“We have a long list of potential witnesses that we are planning to invite, but we must have the opportunity to receive and review all the relevant documents we have requested before we meet with certain witnesses to ensure that these interviews are in fact fruitful,” the aide said.
Both Gaetz and Jordan say they were encouraged by a Tuesday announcement from Goodlatte and Gowdy, when the chairmen called for a second special counsel to investigate potential surveillance abuse by the Justice Department during the election.
But even if that request is granted, Jordan said Thursday, “we still have to do our work.”
Goodlatte and Gowdy called for a special prosecutor to review any evidence of “bias” by Justice Department or FBI employees, as well as whether there was any “extraneous influence” on the surveillance warrant application for former Trump campaign aide Carter Page.
But in an interview with reporters announcing the request, both lawmakers repeatedly emphasized the limits of Congress’s ability to investigate those issues.
“Congress doesn’t have the tools or frankly the public confidence to conduct these investigations,” Gowdy said, when asked if the committee would probe the alleged surveillance abuses if their request for a special counsel were not granted.
“We leak like the gossip girls. We don’t have the ability to empanel a grand jury. We don’t have the ability to grant immunity,” he continued. “Executive branch investigations are public confidence-inspiring than current congressional investigations.”
The broader investigation into the bureau’s decision-making in 2016 is ongoing, the two lawmakers said.
That review is centered on the bureau’s decisionmaking in both the investigation of Clinton’s private email server and the investigation into possible ties between the Trump campaign and Russia.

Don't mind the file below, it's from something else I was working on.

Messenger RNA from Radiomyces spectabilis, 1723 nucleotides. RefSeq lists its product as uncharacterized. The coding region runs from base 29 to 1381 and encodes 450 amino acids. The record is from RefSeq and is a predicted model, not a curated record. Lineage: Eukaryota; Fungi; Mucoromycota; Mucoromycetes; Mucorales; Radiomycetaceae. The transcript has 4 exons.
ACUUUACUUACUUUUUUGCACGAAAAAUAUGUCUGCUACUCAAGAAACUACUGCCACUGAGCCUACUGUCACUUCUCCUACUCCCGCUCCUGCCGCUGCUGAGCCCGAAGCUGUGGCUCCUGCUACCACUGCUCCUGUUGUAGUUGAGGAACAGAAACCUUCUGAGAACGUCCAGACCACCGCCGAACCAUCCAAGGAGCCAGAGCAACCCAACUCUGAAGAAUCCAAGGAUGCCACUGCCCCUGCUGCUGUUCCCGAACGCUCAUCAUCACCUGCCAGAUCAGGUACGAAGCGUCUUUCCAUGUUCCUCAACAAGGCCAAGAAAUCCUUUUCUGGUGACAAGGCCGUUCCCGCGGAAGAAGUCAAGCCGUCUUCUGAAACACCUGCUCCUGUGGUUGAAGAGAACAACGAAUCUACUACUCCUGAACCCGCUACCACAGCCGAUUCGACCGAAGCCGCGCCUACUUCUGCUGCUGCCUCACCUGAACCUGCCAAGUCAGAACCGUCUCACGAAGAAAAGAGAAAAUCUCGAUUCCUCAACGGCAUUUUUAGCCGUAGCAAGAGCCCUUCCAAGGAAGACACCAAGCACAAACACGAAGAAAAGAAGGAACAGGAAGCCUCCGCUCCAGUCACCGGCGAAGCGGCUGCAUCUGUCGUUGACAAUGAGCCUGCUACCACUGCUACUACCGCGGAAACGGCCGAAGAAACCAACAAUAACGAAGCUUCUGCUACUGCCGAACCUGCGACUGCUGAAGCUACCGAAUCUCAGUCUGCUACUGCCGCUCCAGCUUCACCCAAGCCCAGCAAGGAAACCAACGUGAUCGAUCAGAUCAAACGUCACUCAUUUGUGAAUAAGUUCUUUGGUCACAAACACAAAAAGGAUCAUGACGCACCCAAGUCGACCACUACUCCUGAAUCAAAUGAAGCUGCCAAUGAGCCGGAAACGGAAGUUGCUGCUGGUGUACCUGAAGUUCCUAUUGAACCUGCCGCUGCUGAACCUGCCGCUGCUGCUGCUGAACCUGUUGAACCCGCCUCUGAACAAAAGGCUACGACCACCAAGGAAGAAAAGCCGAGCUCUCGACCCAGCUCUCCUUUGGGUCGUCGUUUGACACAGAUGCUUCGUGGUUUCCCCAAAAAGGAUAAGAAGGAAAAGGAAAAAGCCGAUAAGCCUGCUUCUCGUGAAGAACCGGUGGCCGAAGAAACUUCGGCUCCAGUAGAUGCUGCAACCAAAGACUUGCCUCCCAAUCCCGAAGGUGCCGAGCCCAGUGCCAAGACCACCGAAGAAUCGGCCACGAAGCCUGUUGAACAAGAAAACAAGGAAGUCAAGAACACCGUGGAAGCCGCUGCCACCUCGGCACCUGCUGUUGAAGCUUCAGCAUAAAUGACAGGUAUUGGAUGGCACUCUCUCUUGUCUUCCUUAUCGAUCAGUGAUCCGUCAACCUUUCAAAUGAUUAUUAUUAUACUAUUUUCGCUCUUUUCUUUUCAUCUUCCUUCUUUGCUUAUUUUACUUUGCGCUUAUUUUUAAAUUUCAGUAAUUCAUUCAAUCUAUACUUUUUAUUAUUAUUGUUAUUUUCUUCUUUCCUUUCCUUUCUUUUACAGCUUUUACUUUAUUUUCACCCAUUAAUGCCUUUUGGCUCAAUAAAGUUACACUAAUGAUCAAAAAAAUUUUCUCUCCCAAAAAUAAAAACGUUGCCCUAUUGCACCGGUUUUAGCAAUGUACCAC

Gowdy on Thursday said the investigation is a serious inquiry into the bureau’s conduct during the Clinton investigation — also under the microscope of Justice Department inspector general Michael Horowitz — rather than an effort to re-litigate the decision not to bring charges.
The two chairmen say they have questions about why the FBI decided to go public with its investigation into Clinton’s handling of classified information while surreptitiously investigating Trump campaign associates.
They also want to know why the FBI, and not the Justice Department, recommended that Clinton not be charged after the investigation was completed.
So far, the two committees have conducted closed-door interviews with former FBI Deputy Director Andrew McCabe and Comey’s former chief of staff, Jim Rybicki.
Democrats from the start have described the inquiry as a waste of time and a bid to distract from the mounting scrutiny surrounding Trump and Russia.
Several Republicans closely involved with the probe say they see indications that it is going to pick up steam again. One potential driving factor: Horowitz has said publicly that he expects to issue his report this spring.
But anticipation of the inspector general’s report has not dimmed conservative appetite for the congressional investigation.
“That probe was launched 2 1/2 months ago. … I don’t know that we’re breaking any records on pace,” Gaetz said.